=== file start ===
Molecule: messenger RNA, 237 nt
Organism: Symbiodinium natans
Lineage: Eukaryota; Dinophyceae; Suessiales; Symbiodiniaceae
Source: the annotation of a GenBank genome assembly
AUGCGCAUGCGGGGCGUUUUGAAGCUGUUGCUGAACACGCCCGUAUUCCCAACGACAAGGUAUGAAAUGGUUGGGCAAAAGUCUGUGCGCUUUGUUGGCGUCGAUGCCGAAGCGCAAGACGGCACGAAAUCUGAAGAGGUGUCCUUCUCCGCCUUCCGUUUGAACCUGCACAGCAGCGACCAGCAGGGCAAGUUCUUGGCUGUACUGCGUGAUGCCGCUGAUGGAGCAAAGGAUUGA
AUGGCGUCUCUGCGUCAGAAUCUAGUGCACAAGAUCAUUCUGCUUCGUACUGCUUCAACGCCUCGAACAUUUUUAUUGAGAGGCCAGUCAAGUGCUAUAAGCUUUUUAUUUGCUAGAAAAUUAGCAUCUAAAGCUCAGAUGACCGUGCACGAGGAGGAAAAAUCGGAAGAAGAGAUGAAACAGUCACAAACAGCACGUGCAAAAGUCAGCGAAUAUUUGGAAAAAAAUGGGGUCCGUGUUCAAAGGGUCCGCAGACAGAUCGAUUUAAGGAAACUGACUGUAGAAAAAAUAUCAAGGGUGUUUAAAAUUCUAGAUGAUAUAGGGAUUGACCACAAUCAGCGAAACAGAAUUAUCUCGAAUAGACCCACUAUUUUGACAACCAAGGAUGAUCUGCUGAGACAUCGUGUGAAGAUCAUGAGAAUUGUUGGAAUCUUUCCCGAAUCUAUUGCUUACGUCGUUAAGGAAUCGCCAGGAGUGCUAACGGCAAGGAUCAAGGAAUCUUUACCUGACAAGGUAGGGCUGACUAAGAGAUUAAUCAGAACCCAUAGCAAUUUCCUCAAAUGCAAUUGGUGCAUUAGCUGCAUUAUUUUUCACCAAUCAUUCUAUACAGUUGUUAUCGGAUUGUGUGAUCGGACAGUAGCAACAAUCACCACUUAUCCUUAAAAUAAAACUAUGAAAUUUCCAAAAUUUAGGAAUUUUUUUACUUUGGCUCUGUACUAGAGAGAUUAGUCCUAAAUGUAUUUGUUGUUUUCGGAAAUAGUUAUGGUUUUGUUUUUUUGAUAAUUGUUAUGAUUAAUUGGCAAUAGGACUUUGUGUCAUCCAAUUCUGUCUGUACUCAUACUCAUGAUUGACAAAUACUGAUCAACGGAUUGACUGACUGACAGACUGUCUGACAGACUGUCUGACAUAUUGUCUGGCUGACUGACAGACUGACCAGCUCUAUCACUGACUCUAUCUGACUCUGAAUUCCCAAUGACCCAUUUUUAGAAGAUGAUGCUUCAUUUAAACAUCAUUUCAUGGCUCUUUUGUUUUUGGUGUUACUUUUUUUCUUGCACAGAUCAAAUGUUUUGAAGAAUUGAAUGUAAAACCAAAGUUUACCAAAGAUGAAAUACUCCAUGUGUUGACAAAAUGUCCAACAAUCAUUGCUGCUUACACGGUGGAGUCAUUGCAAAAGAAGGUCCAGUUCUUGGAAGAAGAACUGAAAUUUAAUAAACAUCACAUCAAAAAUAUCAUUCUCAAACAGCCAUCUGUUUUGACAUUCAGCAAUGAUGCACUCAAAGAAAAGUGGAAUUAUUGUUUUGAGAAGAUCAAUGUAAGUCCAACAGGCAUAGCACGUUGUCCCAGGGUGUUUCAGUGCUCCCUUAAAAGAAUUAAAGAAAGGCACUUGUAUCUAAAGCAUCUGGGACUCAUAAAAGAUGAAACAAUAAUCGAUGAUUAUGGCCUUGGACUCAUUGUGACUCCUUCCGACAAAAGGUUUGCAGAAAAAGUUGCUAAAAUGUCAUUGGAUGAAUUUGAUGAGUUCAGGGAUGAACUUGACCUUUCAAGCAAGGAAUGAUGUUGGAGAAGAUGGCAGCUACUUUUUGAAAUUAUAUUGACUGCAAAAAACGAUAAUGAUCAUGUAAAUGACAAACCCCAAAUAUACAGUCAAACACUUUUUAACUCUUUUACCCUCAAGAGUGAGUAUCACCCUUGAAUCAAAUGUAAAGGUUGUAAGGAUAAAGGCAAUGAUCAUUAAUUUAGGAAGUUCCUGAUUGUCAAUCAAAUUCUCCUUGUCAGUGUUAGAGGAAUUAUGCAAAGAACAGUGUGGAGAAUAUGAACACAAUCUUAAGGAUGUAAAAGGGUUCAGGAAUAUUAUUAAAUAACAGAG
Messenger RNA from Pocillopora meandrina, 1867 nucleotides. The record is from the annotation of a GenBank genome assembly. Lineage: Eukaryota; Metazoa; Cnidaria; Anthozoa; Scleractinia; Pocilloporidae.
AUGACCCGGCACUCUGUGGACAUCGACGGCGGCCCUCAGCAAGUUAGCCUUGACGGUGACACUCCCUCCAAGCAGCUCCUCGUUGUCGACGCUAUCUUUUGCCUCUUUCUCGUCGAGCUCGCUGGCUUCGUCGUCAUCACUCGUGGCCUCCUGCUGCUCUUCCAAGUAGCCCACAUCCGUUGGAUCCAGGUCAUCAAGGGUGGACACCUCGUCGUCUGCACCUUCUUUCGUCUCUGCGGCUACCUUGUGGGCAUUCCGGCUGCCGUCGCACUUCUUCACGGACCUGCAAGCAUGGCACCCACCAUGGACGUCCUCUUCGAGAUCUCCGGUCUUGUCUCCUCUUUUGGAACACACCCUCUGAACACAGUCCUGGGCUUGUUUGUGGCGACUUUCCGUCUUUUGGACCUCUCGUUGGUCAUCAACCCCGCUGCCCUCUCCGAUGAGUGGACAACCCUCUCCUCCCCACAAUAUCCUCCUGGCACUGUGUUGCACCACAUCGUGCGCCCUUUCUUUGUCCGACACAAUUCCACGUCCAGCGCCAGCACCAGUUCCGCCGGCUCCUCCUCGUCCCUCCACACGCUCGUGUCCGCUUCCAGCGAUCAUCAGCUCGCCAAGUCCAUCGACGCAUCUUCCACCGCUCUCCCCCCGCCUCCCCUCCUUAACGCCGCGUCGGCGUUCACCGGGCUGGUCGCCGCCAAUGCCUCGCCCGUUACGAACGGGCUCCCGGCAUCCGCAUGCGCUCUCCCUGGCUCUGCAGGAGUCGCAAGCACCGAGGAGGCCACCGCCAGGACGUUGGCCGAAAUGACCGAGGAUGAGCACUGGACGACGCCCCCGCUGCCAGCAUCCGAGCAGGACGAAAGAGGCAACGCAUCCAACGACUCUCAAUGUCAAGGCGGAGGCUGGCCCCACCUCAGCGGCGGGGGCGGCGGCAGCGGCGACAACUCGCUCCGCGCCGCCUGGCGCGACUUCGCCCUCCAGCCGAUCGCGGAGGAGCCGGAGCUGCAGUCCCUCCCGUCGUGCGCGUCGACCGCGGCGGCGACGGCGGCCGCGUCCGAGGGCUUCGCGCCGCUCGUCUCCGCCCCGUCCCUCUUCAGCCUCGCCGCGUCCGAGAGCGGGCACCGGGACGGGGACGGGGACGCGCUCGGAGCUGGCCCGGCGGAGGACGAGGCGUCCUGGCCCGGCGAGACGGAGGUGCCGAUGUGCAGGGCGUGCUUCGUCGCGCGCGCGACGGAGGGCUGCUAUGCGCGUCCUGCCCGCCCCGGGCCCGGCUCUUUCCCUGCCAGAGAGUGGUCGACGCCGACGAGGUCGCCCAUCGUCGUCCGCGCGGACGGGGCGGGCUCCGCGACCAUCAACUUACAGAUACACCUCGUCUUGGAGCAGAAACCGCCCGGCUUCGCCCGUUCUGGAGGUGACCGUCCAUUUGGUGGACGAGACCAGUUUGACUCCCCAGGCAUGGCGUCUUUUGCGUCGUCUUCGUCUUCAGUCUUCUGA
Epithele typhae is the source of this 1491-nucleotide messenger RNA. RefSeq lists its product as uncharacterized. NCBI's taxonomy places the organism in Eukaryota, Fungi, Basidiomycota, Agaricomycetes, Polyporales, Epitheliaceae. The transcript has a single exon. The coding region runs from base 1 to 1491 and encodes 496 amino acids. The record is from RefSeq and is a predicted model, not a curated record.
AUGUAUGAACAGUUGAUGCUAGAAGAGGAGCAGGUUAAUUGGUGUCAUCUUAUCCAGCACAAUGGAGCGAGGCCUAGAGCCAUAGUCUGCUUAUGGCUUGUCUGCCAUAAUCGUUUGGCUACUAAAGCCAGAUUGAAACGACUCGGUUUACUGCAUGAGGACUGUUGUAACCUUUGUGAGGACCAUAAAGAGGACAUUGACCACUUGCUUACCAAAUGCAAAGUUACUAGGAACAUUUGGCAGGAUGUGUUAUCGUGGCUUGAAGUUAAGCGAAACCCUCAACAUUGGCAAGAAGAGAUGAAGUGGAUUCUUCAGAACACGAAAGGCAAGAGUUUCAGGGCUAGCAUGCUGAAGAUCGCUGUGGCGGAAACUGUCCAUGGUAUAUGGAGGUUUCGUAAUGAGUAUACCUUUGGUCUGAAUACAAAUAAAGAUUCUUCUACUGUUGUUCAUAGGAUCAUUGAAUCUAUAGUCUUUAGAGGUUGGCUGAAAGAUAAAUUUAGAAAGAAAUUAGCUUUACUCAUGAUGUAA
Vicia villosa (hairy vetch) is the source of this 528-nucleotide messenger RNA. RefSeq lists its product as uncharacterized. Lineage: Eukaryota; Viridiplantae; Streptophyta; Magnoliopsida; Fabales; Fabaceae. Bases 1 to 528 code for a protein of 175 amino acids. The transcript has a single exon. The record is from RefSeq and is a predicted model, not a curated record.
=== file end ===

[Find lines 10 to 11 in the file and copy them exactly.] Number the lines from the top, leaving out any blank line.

AUGUAUGAACAGUUGAUGCUAGAAGAGGAGCAGGUUAAUUGGUGUCAUCUUAUCCAGCACAAUGGAGCGAGGCCUAGAGCCAUAGUCUGCUUAUGGCUUGUCUGCCAUAAUCGUUUGGCUACUAAAGCCAGAUUGAAACGACUCGGUUUACUGCAUGAGGACUGUUGUAACCUUUGUGAGGACCAUAAAGAGGACAUUGACCACUUGCUUACCAAAUGCAAAGUUACUAGGAACAUUUGGCAGGAUGUGUUAUCGUGGCUUGAAGUUAAGCGAAACCCUCAACAUUGGCAAGAAGAGAUGAAGUGGAUUCUUCAGAACACGAAAGGCAAGAGUUUCAGGGCUAGCAUGCUGAAGAUCGCUGUGGCGGAAACUGUCCAUGGUAUAUGGAGGUUUCGUAAUGAGUAUACCUUUGGUCUGAAUACAAAUAAAGAUUCUUCUACUGUUGUUCAUAGGAUCAUUGAAUCUAUAGUCUUUAGAGGUUGGCUGAAAGAUAAAUUUAGAAAGAAAUUAGCUUUACUCAUGAUGUAA
Vicia villosa (hairy vetch) is the source of this 528-nucleotide messenger RNA. RefSeq lists its product as uncharacterized. Lineage: Eukaryota; Viridiplantae; Streptophyta; Magnoliopsida; Fabales; Fabaceae. Bases 1 to 528 code for a protein of 175 amino acids. The transcript has a single exon. The record is from RefSeq and is a predicted model, not a curated record.